Catch up on stories from the past week (and beyond) at the Slashdot story archive


Forgot your password?
Last Chance - Get 15% off sitewide on Slashdot Deals with coupon code "BLACKFRIDAY" (some exclusions apply)". ×

Submission + - Mac, BSD prone to decade old attacks 7

BSDer writes: An Israeli security researcher published a paper few hours ago, detailing attacks against Mac, OpenBSD and other BSD-style operating systems. The attacks, says Amit Klein from Trusteer enable DNS cache poisoning, IP level traffic analysis, host detection, O/S fingerprinting and in some cases even TCP blind data injection. The irony is that OpenBSD boasted their protection mechanism against those exact attacks when a similar attack against the BIND DNS server was disclosed by the same researcher mid 2007. It seems now that OpenBSD may need to revisit their code and their statements. According to the researcher, another affected party, Apple, refused to commit to any fix timelines. It would be interesting to see their reaction now that this paper is public.

Submission + - The Top 30 Wasted Domain Names (

Pcol writes: "What do Crazy, Sexy, Cool, Alien, Men, Dance, Gamble, and Fight have in common? They are all .com domain names that are simply parked, have a 403 forbidden, or are otherwise wasted. has an interesting story on the Top 30 Most Wasted Domains and how they are being used now.

What is considered a prime domain? A single word domain that is no longer than 7 or 8 characters and that represents something valuable in the world today or something commonly used, and that can easily be profitable with just enough imagination. Here are the top 30 domains that are wasted to the purest form imaginable. PageRank and Alexa are also used in the analysis. It is true that neither of them really represent real traffic levels, but when the domains have both a PageRank of 0 and an Alexa of 5 million, we can safely say that their servers won't crash anytime soon..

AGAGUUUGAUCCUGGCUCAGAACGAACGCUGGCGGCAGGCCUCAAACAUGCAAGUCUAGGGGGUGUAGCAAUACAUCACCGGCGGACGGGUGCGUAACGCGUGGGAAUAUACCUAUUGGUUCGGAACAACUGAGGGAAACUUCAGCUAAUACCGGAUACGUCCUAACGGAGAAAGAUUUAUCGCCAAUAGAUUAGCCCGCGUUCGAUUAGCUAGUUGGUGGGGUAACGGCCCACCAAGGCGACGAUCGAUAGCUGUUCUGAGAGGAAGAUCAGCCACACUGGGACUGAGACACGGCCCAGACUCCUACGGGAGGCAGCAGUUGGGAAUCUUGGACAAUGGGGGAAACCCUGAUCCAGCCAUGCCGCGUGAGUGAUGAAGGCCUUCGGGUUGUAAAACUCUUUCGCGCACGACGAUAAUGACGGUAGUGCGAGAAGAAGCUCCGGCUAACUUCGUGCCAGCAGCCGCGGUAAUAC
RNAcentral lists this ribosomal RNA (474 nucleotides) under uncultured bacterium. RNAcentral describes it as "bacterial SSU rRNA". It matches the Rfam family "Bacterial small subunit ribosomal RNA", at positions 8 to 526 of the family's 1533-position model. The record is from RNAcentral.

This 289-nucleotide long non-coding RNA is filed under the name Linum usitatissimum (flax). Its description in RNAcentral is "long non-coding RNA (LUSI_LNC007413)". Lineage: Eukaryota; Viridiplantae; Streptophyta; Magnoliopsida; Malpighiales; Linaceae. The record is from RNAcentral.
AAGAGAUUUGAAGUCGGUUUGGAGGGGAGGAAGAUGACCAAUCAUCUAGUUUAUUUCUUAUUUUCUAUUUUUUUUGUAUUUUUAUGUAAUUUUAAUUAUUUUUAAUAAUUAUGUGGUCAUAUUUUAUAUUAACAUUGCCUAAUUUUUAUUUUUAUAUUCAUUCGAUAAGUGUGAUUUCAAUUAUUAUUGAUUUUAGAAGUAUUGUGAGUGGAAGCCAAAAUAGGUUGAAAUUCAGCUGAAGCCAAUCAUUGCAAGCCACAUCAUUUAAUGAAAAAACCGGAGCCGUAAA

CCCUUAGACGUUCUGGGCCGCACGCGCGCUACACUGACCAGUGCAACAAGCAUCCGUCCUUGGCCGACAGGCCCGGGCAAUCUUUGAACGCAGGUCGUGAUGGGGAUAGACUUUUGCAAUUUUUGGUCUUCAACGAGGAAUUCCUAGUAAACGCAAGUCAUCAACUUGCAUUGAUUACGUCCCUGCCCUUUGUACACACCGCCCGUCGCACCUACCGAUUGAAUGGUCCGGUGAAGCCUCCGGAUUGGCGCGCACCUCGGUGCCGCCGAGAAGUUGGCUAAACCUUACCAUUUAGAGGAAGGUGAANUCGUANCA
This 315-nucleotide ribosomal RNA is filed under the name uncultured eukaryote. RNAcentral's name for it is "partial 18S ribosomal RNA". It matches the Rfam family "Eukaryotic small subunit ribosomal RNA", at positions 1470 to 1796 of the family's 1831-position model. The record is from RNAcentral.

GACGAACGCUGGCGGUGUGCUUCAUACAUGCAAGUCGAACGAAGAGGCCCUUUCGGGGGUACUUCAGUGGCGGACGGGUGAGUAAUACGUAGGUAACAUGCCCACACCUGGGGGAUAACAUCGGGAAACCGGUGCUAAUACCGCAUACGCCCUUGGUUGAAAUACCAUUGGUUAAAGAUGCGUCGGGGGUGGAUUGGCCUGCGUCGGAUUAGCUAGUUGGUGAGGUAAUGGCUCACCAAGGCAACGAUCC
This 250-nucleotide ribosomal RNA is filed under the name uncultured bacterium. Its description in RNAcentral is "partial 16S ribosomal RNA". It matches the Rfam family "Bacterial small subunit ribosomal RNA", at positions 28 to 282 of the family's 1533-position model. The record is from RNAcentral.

Submission + - Vista SP1 and XP SP3 - Leaked by Microsoft? (

Mariam Hollander writes: Microsoft's two most awaited releases: Windows XP SP3 and Windows Vista SP1. Betas for both leaked just days apart. A big coincidece or a Microsoft master plan?

NeoSmart's analysis of both the XP SP3 and Vista SP1 leaks is quite interesting: were these two builds leaked (unofficially) by Microsoft in an attempt to unofficially guage the response of the online community to these releases, fix some bugs before they officially even exist, and deliver a perfect service pack? Most importantly, is this Microsoft taking advantage of its last chance to save face and fix what has been the most-criticized version of Windows to date, before it gets out of hand?

[J]ust how likely is it that the two most valuable products still in development and without a single official release would leak to the internet just days apart? Especially when the Windows Vista build ships as a time-bombed release, it makes us wonder: Is Microsoft really in the practice of time-bombing internal development releases that only exist in the hands of people who have access to hourly builds?

Radioactive cats have 18 half-lives.